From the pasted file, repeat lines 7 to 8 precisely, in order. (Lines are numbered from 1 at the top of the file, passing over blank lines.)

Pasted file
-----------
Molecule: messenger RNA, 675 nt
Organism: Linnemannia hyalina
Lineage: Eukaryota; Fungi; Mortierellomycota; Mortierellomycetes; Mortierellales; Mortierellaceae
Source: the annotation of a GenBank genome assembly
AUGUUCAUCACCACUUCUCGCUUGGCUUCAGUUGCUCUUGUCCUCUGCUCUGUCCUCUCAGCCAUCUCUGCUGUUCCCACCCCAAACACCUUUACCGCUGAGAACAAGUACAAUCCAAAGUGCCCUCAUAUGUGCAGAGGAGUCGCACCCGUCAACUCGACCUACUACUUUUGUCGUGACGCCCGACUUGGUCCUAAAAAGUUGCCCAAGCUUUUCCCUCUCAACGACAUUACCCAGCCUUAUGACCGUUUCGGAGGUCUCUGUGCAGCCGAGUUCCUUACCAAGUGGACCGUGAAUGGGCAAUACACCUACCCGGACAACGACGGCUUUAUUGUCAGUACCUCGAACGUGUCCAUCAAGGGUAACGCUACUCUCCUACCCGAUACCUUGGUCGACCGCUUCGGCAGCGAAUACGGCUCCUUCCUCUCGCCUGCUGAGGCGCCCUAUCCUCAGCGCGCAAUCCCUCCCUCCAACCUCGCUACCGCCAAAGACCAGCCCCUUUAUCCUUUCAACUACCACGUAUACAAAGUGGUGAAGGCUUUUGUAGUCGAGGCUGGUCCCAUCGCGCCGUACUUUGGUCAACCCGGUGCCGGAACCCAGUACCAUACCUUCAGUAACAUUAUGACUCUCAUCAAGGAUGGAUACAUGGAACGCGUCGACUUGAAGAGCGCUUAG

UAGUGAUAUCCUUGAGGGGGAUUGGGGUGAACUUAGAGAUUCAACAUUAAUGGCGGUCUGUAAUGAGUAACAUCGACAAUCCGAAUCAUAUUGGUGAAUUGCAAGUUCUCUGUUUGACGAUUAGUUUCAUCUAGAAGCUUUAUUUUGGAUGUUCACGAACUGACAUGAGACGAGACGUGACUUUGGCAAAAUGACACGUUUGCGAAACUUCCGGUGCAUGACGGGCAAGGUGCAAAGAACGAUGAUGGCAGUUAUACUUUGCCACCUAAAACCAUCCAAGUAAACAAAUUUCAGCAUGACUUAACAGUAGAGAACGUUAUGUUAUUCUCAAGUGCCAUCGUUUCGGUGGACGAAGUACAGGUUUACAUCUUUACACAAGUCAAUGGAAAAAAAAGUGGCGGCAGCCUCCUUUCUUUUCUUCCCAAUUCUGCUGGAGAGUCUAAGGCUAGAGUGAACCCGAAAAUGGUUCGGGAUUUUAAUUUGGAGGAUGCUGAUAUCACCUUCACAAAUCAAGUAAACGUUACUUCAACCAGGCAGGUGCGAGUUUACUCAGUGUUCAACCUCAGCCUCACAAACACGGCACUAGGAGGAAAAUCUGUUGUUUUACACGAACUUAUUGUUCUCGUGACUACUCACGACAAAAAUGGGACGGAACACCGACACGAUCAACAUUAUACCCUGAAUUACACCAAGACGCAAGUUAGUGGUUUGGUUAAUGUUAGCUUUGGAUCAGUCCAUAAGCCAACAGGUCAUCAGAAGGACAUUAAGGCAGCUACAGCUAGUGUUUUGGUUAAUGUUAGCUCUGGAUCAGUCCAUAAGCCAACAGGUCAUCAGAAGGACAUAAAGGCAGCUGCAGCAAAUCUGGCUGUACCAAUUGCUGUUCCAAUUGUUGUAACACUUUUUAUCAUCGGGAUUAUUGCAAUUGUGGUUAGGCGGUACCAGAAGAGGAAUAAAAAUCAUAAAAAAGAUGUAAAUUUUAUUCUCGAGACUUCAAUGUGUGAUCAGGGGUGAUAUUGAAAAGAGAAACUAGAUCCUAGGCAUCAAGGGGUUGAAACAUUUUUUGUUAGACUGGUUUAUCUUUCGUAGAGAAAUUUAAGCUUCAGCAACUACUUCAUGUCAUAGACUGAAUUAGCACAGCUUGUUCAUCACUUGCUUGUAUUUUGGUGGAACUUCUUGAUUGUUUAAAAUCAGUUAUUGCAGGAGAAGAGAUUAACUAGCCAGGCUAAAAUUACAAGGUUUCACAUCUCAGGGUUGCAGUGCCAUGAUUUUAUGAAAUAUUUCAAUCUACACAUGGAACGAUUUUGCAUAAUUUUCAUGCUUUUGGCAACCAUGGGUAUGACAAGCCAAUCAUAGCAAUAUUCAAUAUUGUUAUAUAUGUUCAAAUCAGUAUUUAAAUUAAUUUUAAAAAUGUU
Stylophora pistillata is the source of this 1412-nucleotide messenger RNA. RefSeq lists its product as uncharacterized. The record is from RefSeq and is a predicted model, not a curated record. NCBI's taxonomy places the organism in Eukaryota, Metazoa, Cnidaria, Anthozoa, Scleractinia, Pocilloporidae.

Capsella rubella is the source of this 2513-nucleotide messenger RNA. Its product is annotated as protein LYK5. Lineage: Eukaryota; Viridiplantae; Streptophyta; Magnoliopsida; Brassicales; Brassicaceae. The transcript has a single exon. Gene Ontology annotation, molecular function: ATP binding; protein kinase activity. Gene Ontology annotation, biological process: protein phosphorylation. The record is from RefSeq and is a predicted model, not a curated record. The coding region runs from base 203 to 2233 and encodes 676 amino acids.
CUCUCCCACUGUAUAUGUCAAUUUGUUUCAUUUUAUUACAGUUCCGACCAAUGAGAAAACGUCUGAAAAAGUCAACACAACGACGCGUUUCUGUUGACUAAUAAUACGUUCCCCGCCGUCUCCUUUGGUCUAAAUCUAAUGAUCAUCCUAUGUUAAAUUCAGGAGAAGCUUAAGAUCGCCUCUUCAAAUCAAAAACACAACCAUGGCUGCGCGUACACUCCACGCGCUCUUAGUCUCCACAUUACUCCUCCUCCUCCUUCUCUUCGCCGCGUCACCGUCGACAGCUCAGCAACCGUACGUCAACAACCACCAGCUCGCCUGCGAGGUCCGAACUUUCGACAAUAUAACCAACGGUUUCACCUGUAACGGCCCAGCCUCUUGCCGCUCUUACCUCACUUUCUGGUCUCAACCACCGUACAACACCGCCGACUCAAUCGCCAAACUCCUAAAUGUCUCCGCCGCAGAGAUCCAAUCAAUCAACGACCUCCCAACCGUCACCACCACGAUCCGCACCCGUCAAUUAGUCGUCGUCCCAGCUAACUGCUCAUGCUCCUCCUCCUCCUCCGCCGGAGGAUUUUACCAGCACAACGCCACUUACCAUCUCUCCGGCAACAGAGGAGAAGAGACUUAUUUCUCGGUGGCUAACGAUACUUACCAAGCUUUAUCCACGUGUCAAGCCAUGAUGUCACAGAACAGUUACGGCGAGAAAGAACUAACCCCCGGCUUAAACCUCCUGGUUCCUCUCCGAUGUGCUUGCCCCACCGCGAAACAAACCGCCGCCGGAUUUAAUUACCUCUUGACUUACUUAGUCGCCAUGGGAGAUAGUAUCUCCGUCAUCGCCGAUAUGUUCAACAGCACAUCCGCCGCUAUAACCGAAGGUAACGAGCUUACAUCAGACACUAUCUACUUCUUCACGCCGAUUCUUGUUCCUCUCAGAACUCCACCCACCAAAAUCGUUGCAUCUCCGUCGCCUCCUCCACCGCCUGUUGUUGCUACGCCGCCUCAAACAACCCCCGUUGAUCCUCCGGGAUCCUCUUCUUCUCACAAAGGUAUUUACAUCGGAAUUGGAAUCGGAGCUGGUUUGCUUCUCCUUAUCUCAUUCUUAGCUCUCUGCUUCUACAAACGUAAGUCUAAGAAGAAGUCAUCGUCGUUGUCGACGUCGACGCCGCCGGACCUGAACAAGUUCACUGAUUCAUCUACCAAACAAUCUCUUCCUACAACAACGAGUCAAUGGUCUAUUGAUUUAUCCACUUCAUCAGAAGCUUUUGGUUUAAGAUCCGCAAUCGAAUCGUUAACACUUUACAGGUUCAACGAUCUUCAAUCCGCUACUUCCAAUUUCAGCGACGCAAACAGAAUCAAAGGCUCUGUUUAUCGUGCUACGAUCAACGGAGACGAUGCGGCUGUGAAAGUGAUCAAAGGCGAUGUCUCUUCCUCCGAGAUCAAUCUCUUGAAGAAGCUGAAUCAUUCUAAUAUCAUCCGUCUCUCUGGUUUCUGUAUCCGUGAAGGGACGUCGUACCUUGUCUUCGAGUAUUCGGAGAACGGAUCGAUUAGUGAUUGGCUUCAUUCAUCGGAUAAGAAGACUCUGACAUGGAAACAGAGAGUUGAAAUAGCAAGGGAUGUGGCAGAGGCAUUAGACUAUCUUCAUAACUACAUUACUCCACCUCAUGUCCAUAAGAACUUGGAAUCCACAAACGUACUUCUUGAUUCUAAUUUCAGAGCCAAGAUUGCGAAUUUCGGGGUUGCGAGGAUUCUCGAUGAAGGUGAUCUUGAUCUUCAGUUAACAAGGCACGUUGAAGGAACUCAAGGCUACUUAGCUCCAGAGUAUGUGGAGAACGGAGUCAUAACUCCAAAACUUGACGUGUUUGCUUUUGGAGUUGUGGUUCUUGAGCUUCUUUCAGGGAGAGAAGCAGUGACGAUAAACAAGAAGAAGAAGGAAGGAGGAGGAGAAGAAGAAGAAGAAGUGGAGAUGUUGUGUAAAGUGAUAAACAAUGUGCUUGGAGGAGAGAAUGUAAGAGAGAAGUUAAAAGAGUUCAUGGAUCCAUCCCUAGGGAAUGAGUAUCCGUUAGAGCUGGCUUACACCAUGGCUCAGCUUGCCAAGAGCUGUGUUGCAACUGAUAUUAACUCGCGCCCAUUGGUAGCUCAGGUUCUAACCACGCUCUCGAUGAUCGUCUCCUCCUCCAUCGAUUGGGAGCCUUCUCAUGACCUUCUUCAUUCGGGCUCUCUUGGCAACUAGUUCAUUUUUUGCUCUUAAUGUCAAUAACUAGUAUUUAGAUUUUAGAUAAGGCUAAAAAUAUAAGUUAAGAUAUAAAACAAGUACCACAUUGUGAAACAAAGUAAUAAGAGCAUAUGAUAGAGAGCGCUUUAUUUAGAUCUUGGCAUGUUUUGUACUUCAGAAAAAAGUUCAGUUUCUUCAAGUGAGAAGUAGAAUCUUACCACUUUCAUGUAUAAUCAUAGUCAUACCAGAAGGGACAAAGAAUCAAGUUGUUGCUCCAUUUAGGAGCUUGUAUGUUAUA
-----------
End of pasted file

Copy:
Stylophora pistillata is the source of this 1412-nucleotide messenger RNA. RefSeq lists its product as uncharacterized. The record is from RefSeq and is a predicted model, not a curated record. NCBI's taxonomy places the organism in Eukaryota, Metazoa, Cnidaria, Anthozoa, Scleractinia, Pocilloporidae.

Capsella rubella is the source of this 2513-nucleotide messenger RNA. Its product is annotated as protein LYK5. Lineage: Eukaryota; Viridiplantae; Streptophyta; Magnoliopsida; Brassicales; Brassicaceae. The transcript has a single exon. Gene Ontology annotation, molecular function: ATP binding; protein kinase activity. Gene Ontology annotation, biological process: protein phosphorylation. The record is from RefSeq and is a predicted model, not a curated record. The coding region runs from base 203 to 2233 and encodes 676 amino acids.